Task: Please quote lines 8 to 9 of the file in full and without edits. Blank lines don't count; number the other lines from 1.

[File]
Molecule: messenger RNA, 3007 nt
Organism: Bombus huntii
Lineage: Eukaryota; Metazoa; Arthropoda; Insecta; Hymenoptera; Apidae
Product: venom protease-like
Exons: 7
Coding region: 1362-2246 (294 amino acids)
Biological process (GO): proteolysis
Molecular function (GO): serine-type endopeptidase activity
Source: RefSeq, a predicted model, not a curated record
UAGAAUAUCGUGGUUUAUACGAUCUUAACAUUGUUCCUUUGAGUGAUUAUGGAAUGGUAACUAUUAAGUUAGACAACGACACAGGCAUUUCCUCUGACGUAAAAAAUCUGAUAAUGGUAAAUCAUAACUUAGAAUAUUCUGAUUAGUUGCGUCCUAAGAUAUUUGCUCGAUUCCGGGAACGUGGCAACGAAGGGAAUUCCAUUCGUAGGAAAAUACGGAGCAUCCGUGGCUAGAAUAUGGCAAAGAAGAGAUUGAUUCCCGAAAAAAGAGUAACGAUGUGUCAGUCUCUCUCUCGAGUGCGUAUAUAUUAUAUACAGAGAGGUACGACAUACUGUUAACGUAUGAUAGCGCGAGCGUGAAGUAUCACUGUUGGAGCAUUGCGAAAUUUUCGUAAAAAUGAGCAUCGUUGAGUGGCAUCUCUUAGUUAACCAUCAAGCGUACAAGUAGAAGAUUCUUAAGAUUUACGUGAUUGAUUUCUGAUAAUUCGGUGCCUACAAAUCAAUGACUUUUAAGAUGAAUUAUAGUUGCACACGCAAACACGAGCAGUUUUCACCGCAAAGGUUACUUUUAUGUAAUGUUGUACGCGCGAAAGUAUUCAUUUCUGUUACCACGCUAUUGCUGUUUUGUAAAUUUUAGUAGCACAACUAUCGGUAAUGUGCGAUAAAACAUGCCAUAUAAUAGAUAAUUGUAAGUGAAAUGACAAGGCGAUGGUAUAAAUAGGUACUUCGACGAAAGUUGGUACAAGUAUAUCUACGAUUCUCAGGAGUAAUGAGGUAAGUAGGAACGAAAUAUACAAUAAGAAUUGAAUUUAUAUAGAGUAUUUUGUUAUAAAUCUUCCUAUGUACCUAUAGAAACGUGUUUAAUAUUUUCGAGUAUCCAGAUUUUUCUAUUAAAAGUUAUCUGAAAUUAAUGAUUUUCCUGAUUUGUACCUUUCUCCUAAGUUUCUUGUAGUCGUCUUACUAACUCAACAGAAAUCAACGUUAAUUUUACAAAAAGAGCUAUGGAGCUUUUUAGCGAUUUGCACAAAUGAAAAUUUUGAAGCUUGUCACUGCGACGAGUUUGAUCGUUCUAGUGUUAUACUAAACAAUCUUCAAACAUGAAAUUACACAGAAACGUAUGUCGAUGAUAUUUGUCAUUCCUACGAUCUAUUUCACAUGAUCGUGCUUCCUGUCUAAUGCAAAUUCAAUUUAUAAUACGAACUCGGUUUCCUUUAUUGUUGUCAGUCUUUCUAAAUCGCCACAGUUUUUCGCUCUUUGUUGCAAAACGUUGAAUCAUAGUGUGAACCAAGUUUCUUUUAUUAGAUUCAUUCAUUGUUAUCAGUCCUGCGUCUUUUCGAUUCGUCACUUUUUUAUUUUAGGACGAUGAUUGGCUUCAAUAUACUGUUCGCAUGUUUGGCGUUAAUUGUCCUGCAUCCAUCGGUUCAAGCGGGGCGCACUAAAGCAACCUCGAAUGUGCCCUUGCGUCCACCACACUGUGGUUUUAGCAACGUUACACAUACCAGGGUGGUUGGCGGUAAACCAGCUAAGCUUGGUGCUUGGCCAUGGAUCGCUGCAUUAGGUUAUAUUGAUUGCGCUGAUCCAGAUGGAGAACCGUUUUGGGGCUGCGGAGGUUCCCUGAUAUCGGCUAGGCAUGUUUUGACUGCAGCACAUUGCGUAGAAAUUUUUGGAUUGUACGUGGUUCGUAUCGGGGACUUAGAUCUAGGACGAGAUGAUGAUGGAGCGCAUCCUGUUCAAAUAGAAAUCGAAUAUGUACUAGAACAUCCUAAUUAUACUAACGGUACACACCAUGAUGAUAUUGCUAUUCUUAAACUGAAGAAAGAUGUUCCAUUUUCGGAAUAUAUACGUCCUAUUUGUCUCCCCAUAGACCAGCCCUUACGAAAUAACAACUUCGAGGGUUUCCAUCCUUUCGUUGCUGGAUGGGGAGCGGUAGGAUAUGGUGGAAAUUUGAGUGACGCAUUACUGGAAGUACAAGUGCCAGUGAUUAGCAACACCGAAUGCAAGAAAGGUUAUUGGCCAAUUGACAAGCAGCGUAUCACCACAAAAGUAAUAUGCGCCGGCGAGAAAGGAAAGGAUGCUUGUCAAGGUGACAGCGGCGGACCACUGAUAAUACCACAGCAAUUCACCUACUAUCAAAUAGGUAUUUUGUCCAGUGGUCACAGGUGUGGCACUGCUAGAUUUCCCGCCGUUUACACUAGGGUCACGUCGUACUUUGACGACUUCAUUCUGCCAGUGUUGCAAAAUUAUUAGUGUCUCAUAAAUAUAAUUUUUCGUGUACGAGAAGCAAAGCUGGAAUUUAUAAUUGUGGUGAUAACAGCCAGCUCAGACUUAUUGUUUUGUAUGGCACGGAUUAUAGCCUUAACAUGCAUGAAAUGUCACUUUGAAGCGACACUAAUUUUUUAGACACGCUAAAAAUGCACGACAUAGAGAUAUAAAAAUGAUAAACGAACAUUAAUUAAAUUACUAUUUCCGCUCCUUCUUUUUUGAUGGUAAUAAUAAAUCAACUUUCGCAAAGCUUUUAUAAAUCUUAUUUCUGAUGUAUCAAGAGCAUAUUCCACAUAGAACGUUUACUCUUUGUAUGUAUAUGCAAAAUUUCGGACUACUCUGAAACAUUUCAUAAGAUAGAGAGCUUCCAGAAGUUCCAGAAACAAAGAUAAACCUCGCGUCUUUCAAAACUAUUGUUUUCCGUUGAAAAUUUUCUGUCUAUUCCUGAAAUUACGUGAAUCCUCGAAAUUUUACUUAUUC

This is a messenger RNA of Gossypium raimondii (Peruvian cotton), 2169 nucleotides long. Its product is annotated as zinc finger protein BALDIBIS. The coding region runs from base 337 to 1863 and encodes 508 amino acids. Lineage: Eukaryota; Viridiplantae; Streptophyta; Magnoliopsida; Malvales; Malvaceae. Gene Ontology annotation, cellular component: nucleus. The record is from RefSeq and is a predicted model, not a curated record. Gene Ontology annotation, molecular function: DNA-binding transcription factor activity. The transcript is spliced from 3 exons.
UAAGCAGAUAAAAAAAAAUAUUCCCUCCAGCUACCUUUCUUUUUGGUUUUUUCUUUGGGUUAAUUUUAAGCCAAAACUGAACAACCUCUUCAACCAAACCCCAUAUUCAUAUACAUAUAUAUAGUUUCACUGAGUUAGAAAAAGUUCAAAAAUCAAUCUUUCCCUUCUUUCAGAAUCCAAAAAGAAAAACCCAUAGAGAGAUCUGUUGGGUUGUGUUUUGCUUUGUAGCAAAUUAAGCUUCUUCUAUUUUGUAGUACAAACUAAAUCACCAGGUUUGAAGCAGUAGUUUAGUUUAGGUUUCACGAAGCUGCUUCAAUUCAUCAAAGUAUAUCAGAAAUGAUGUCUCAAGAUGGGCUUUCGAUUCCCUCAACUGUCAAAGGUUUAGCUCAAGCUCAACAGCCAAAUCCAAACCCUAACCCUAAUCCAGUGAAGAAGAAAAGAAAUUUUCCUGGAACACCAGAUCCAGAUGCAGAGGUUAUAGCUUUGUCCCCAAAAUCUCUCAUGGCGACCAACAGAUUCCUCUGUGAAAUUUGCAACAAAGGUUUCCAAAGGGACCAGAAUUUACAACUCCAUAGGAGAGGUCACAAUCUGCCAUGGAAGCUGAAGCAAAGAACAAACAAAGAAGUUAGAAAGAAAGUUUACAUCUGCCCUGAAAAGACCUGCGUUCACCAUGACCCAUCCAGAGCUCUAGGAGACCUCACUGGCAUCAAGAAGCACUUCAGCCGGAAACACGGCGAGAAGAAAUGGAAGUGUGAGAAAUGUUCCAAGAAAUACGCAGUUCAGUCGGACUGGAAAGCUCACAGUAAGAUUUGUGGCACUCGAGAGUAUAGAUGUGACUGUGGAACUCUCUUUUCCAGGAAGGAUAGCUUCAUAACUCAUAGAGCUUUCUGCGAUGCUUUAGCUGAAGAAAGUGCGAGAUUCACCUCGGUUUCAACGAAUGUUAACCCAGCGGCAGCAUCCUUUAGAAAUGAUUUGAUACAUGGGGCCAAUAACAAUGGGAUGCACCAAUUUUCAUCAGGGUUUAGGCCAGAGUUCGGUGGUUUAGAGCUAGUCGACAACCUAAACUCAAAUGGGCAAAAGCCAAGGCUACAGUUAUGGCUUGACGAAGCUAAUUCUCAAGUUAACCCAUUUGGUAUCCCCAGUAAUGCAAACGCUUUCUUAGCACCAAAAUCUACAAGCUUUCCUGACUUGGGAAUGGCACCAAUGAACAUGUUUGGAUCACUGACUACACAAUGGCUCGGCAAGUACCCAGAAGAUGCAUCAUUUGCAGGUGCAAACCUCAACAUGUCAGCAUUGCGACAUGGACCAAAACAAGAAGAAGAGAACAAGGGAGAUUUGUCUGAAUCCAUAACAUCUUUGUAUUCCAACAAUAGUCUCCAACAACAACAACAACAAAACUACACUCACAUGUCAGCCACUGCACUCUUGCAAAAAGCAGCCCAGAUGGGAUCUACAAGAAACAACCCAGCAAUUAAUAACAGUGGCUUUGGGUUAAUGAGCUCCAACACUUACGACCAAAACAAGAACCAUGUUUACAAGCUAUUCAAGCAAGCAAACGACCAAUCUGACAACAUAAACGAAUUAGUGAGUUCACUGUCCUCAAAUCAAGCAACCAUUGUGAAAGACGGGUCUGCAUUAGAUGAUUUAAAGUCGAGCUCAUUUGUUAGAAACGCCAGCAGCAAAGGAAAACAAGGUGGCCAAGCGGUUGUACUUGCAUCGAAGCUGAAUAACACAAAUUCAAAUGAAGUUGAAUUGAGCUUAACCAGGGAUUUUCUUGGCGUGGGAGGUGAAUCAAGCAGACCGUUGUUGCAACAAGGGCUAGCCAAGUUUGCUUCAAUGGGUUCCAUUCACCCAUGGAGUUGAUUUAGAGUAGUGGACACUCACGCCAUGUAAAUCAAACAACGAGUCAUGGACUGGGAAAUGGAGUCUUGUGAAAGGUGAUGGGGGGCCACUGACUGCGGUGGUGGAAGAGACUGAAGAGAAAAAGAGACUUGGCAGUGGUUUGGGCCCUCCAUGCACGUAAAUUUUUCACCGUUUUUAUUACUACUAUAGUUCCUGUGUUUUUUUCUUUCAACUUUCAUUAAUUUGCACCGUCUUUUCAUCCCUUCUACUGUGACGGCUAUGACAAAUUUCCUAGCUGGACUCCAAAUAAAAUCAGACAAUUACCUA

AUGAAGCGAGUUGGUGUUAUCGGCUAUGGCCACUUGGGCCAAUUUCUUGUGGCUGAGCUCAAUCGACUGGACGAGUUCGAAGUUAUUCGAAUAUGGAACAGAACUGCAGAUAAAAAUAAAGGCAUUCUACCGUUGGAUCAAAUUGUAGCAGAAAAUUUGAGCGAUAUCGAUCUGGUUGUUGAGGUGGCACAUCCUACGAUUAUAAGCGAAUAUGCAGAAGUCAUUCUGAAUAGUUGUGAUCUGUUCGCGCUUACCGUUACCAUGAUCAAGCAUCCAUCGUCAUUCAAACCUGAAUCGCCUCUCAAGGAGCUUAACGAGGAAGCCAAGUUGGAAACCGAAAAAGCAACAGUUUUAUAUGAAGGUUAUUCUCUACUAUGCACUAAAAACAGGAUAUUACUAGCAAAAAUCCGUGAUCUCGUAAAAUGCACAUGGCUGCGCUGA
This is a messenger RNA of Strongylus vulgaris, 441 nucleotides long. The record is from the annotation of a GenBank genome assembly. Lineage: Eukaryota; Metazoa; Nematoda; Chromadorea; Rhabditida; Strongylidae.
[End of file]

Molecular function (GO): serine-type endopeptidase activity
Source: RefSeq, a predicted model, not a curated record